Though known primarily for his stage efforts, and secondarily for his occasional film work, playwright-actor-composer Noel Coward made his share of television appearances. Over the past month, New York's Museum of Television and Film has screened many of these in a series called "Mad About the Boy: Noel Coward on Television." The program, which began Sept. 17, ends its stay at the museum on Oct. 21.
The last attraction to be screened is "Cowardly Delights," a collage of the playwright's television appearances, including spots on "The Dick Cavett Show," "What's My Line?" "Small World" and an interview with Edward R. Morrow. "Cowardly Delights" runs through Oct. 21.
The first program to be shown in the series was "Ford Star Jubilee: Together with Music" (1955), a variety show featuring Coward (in his small screen debut) and Mary Martin, singing such songs as "Mad Dogs and Englishmen" and "My Heart Belongs to Daddy." Also featured was "Producers Showcase: Tonight at 8:30" (1954), a television adaptation of Coward's trio of one-acts, directed by Hollywood's Otto Preminger and starring Ginger Rogers (her first television work), Trevor Howard, Gig Young and a young Gloria Vanderbilt.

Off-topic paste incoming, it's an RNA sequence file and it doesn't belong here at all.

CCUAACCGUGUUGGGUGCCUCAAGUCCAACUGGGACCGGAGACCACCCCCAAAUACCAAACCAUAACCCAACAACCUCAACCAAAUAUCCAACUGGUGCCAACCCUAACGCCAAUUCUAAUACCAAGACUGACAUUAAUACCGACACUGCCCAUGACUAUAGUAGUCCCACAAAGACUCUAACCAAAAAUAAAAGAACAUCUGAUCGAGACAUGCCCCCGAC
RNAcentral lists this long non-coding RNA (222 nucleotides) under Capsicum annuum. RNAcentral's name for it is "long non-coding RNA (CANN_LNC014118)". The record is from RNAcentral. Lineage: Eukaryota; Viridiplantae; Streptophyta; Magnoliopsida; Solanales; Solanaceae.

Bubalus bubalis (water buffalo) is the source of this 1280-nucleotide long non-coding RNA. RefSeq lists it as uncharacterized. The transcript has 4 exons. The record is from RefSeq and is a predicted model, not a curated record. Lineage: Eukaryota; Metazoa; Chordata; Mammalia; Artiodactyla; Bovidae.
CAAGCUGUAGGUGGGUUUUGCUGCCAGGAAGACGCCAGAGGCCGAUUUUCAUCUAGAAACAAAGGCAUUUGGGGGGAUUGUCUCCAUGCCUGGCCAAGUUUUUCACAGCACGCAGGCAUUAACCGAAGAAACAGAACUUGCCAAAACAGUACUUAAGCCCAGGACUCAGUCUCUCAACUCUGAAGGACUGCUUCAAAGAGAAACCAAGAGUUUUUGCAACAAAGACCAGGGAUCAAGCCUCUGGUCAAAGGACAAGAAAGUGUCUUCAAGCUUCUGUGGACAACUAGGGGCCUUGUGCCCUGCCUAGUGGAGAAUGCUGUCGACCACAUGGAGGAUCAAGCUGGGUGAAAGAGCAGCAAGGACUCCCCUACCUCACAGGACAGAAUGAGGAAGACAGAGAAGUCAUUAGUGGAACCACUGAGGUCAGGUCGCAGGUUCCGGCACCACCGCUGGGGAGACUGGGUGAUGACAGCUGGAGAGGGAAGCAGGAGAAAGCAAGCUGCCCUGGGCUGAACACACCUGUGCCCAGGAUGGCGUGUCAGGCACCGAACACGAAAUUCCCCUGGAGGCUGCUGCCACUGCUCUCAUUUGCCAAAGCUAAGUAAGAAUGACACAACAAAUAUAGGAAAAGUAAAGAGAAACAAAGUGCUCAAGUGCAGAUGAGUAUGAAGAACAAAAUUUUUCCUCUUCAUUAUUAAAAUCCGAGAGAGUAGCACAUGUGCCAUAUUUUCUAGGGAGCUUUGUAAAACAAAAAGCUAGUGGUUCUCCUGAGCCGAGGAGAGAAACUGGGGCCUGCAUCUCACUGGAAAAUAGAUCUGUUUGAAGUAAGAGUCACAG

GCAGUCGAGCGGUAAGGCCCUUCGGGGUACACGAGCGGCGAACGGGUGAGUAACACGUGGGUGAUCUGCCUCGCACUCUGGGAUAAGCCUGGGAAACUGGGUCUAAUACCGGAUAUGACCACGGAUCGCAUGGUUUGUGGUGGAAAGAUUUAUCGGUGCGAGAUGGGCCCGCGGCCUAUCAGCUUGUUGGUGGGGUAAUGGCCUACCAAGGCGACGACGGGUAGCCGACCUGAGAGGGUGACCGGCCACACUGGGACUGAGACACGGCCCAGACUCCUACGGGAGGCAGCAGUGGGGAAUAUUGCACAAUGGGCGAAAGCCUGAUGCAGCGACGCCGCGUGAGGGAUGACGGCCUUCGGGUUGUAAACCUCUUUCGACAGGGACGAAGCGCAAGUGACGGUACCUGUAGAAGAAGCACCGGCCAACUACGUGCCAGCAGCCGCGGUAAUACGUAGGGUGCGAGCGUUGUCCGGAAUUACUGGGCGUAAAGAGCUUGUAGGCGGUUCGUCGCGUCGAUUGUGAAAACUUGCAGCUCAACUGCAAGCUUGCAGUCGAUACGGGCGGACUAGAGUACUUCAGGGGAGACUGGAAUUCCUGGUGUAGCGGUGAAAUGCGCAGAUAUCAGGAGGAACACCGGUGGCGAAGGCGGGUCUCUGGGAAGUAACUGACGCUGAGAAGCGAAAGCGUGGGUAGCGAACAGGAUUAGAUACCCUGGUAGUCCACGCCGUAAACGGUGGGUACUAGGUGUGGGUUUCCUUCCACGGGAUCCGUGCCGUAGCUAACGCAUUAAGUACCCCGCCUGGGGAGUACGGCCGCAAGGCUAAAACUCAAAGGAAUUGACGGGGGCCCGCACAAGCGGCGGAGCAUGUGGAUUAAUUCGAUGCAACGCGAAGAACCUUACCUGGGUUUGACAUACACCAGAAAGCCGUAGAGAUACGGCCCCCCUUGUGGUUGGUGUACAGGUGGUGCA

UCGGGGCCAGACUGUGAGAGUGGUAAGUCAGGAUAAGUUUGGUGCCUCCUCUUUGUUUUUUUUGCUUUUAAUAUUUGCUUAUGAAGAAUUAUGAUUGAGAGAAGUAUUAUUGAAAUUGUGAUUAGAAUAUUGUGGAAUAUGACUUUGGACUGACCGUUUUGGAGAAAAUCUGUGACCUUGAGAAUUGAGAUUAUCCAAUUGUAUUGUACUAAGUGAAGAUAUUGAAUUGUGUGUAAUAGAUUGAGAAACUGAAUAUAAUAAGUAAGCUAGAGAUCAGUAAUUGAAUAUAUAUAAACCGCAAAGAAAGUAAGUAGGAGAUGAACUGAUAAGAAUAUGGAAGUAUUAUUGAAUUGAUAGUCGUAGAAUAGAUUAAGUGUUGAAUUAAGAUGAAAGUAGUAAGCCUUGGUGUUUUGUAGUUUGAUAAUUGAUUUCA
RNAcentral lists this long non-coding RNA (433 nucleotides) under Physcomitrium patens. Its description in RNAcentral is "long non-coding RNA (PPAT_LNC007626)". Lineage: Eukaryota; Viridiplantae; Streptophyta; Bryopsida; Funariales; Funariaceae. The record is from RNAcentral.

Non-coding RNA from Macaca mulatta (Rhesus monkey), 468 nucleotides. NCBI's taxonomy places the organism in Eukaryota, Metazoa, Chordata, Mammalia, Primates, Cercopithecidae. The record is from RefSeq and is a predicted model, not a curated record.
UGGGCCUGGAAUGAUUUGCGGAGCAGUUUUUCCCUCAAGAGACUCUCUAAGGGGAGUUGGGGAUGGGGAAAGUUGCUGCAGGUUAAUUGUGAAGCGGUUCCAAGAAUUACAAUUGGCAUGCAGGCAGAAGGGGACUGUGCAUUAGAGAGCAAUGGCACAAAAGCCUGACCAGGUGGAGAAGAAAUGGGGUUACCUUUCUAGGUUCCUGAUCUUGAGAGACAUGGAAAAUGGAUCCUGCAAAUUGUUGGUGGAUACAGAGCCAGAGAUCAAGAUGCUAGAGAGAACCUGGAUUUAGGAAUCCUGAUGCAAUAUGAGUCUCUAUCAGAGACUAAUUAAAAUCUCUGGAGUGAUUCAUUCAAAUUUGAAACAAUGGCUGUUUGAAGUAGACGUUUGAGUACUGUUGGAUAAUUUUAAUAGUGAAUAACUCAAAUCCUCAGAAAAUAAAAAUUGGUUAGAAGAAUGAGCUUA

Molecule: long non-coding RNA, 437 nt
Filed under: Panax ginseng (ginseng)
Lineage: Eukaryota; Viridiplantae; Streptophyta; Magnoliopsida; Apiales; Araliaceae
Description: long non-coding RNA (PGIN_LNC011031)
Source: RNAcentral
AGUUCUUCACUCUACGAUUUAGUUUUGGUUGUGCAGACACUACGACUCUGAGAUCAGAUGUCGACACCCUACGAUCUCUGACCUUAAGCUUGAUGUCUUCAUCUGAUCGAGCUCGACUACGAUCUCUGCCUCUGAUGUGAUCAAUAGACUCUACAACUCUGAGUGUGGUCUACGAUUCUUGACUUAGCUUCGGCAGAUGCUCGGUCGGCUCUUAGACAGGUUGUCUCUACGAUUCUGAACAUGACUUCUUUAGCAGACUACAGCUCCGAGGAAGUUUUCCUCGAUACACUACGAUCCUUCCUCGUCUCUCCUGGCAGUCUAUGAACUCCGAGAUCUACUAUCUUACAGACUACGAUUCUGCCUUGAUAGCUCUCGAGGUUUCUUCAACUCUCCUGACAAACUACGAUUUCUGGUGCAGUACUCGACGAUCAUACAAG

Another attraction, "Ford Star Jubilee: Blithe Spirit" (1956), a television adaptation of Coward's play, was thought lost until star Lauren Bacall produced a copy. Bacall, who plays Elvira, co-stars with Claudette Colbert and Coward himself, all under the playwright's direction.
The Museum of Television and Radio is located at 25 W. 52nd Street. For information on remaining screenings call (212) 621-6800, or check their web site at http://www.mtr.org. -- by Robert Simonson